Standard Operating Procedure




BERLIN -- Errol Morris looks at the abuse and torture of prisoners by U.S. soldiers in the Abu Ghraib prison in Baghdad with a peculiar fixation in "Standard Operating Procedure." The scandal, of course, came to light in 2004 through photographs taken by the Army members who served as prison wardens.

In his documentary, Morris focuses with near-pornographic obsession on how those photos were taken, by whom and for what purpose. The wider context of the war on terrorism, the Bush administration's complicity in prisoner abuse, the moral and legal implications and the damage the scandal did to U.S. prestige worldwide is not even mentioned.

Such subject matter was never going to find a wide audience, especially theatrically. But this Sony Pictures Classics release faces another challenge: A much more encompassing film, Rory Kennedy's "The Ghosts of Abu Ghraib," made a year earlier for HBO, covered the identical territory -- even to the point of duplicating some interviews -- and that film did explore the context of the scandal.

Morris draws on three sources for his film: The photos themselves of Iraqi detainees being physically abused, sexually humiliated and in one instance the body of a prisoner evidently tortured to death; interviews with the soldiers who took the photos or appeared in them; and re-created scenes with actors portraying events surrounded the infamous photographic sessions.

Where in Kennedy's docu the soldiers wondered in amazement how they ever got involved in such appalling behavior, Morris' questions put them on the defensive. They point fingers, the women blame the men, the photographers insist they only wanted to document the abuse, and everyone keeps saying they never really hurt anyone. In truth, daily shelling of the prison by insurgents and constant threats of violence by prisoners did create an extremely unhealthy psychological state where illegal orders were obeyed promptly.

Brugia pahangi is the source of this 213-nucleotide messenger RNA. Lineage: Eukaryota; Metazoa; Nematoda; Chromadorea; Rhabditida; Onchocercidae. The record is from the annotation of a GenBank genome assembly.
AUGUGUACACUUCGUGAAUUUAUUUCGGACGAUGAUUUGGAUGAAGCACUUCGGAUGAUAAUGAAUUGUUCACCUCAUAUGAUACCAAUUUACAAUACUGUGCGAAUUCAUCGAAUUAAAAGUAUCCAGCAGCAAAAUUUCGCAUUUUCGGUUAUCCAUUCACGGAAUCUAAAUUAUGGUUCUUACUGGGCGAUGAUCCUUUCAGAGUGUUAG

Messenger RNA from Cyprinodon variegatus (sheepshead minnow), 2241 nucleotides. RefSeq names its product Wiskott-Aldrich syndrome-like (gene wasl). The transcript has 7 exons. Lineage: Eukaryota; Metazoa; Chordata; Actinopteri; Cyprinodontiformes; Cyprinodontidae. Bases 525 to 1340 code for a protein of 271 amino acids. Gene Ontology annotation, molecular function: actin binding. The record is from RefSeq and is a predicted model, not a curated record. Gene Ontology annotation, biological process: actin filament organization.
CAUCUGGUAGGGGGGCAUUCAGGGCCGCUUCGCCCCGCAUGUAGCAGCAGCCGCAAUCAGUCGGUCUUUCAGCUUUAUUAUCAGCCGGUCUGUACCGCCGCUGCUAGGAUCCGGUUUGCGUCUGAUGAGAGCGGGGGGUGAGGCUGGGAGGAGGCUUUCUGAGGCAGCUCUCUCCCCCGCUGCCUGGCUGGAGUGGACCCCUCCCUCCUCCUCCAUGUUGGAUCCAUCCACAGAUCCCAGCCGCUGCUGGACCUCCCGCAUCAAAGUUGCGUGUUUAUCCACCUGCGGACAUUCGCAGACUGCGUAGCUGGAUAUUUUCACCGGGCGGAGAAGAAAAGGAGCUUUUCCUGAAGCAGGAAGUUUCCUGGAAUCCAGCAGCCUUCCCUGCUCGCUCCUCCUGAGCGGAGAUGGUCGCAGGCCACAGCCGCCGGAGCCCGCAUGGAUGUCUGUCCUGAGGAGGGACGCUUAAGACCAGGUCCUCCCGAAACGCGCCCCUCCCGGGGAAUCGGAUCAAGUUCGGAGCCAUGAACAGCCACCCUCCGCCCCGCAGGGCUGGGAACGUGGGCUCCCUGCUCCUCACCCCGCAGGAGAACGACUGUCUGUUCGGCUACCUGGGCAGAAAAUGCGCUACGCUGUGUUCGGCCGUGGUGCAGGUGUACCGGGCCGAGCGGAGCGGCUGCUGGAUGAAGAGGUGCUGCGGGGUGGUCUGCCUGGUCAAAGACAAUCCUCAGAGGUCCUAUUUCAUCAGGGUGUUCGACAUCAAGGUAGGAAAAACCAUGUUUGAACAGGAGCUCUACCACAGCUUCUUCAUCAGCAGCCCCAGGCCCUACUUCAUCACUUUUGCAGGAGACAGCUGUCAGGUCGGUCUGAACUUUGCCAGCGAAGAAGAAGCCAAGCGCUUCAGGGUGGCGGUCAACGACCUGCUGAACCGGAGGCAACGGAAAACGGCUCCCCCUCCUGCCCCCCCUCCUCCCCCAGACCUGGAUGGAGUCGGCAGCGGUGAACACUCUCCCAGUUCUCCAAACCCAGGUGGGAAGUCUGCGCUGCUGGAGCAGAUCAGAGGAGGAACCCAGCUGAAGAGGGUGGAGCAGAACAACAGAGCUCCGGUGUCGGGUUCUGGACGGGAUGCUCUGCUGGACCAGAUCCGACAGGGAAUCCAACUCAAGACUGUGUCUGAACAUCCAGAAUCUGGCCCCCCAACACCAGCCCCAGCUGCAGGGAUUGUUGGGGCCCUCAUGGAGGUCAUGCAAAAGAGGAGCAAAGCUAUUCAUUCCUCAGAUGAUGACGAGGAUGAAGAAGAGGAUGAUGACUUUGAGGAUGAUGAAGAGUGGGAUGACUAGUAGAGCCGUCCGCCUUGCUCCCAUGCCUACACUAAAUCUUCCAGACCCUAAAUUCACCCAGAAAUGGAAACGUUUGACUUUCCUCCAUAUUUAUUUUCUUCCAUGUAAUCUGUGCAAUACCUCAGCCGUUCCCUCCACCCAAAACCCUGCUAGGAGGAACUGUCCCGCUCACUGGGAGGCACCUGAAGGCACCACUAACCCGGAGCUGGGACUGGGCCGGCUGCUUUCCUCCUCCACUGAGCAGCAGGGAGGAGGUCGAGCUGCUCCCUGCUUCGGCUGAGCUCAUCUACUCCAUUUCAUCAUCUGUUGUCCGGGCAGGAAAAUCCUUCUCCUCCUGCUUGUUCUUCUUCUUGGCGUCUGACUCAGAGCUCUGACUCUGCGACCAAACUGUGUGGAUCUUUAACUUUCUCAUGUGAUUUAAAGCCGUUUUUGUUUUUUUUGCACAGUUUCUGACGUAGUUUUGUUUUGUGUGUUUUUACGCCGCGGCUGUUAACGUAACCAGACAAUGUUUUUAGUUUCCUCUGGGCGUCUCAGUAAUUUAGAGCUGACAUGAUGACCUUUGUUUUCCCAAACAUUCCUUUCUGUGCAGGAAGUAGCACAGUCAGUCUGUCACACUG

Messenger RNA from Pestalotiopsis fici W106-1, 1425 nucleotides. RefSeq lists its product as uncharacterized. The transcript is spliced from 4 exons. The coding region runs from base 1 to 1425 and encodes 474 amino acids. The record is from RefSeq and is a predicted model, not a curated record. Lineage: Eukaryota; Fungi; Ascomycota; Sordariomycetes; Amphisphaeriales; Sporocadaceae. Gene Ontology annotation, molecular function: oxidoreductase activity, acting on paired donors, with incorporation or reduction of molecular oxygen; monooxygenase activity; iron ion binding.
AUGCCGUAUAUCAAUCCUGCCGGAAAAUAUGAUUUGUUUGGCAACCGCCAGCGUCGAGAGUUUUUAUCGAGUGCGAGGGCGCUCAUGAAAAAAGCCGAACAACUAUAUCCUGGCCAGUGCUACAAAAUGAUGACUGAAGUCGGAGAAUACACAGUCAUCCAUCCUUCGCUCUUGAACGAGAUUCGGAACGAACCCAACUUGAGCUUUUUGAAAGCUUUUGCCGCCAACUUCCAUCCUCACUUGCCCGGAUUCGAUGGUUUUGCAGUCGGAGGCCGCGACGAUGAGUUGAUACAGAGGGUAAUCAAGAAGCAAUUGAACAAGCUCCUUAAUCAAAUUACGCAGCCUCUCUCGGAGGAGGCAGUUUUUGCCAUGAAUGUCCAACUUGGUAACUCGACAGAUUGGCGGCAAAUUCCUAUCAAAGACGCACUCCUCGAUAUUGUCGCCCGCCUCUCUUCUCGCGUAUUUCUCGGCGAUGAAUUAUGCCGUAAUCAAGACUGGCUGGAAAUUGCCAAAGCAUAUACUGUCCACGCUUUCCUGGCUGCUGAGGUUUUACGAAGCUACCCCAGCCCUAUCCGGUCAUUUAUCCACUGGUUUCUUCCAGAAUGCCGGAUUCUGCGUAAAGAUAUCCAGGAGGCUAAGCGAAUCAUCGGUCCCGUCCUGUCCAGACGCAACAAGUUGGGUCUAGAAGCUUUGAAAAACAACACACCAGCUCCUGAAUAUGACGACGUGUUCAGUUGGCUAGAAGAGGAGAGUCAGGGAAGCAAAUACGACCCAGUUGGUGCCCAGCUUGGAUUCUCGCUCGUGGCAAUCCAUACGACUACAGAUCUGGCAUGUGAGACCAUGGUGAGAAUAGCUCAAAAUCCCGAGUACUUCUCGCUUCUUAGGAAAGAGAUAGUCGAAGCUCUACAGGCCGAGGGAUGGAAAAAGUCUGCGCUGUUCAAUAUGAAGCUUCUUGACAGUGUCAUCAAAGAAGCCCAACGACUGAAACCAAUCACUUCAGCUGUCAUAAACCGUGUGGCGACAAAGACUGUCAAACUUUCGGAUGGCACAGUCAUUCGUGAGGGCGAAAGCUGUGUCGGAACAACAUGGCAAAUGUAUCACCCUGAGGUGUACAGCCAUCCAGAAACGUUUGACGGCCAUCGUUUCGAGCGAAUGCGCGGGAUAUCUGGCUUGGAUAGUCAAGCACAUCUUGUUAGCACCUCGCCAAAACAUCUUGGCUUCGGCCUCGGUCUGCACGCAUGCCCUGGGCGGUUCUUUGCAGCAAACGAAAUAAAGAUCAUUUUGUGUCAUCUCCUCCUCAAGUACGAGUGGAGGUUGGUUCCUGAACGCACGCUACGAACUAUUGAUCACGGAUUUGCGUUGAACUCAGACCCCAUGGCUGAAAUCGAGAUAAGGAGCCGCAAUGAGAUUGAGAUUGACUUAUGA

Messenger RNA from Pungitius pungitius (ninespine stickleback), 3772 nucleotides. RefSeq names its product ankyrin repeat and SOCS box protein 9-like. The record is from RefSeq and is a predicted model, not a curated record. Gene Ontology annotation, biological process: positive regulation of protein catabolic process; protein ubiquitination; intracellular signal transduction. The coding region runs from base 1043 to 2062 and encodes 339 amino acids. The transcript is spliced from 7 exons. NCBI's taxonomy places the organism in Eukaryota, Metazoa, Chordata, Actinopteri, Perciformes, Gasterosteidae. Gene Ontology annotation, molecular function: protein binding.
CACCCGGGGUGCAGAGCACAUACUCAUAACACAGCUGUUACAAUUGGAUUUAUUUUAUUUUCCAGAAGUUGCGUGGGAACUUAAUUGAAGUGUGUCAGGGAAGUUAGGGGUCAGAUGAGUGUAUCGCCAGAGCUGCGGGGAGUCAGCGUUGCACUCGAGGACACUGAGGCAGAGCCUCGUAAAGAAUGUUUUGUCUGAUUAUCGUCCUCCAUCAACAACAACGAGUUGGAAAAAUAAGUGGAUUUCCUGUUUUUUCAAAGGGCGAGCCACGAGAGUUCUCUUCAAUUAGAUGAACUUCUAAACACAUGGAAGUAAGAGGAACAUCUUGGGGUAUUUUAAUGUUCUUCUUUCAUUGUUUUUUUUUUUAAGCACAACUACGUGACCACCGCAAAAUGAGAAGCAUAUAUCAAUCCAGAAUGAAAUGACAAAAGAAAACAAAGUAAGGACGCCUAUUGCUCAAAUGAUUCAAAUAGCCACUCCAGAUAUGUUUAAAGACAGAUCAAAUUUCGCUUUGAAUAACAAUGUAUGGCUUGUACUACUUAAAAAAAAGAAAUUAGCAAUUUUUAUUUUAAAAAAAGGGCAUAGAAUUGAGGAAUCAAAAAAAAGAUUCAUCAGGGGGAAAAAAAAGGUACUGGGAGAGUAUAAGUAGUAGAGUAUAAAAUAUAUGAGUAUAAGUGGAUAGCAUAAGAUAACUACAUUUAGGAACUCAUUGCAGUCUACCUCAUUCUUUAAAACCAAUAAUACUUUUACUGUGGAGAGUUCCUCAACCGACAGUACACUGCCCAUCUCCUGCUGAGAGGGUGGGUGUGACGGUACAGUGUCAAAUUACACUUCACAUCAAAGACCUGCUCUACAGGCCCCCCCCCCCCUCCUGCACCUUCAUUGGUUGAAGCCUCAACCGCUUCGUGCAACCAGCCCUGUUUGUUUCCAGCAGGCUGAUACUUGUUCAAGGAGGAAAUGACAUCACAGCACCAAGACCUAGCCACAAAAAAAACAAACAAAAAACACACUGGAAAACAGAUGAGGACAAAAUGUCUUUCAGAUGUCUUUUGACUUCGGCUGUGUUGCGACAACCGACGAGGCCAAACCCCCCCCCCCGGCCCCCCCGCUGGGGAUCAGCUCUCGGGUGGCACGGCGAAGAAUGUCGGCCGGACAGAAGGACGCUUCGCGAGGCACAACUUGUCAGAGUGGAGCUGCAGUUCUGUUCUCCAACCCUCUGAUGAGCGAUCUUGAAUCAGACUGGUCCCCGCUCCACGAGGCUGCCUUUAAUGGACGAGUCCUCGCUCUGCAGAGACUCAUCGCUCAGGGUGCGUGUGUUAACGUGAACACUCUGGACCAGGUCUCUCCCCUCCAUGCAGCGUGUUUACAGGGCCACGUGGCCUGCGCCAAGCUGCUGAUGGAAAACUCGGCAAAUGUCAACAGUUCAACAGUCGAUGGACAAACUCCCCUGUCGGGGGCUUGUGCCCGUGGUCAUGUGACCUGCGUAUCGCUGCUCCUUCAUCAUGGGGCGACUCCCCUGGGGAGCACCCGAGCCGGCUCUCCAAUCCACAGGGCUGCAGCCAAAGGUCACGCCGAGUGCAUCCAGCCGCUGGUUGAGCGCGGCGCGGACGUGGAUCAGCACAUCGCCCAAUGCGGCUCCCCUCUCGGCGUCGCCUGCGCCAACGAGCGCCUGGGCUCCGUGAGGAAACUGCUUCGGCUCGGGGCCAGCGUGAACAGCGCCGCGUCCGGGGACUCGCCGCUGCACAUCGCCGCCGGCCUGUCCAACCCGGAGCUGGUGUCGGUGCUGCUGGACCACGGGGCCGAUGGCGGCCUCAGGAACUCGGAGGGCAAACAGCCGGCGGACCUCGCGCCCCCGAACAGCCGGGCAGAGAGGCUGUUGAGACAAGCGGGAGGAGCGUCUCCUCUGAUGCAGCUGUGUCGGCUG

Morris' interviews rarely rise above the level of sergeants. He did get on camera Janis Karpinski, who as commander of the military prison brigade in Iraq was a central figure of the scandal and she doesn't mince words. But the film never follows up on her allegations. She mentions that the military intelligence interrogators answered to a General Miller but the film never explains that this is Major Gen. Geoffrey Miller, formerly head of prison operations at Guanatanamo Bay, who was ordered by Defense Secretary Donald Rumsfeld to bring his methods to Abu Ghraib.

Instead, Morris keeps returning again and again to those photos and in one instance a video and the time frames in which they were taken. It seems like Morris -- no pun intended -- misses the bigger picture.

The film does make a solid point that in at least once instance an Iraqi who was willing to cooperate and give information shut up forever following his humiliation. A soldier relates that one detainee in this purgatory was a mere taxi driver caught up in a sweep of adult males by the U.S. military.

The restaging of the events surrounded these humiliation is in questionable taste, though. What purpose does it serve for actors to recreate these incidents when we already have such strong photographic proof? These sequences, often tricked out with elaborate slow motion, a few optical effects and Danny Elfman's overwrought musical score, put a Hollywood gloss on "SOP" that ill befits its subject.

The interviews are the most impressive element of the film. Despite the pain and shattered lives, these soldiers are willing to face the camera -- and themselves -- to try to make sense out of completely senseless actions that never advanced the American cause in Iraq. This is the real value of "SOP."

Sony Pictures Classics
Participant Prods.
Screenwriter-director: Errol Morris
Producers: Julie Ahlberg, Errol Morris
Directors of photography: Robert Chappell, Robert Richardson
Music: Danny Elfman
Editor: Andy Grieve

Running time -- 121 minutes
MPAA rating: R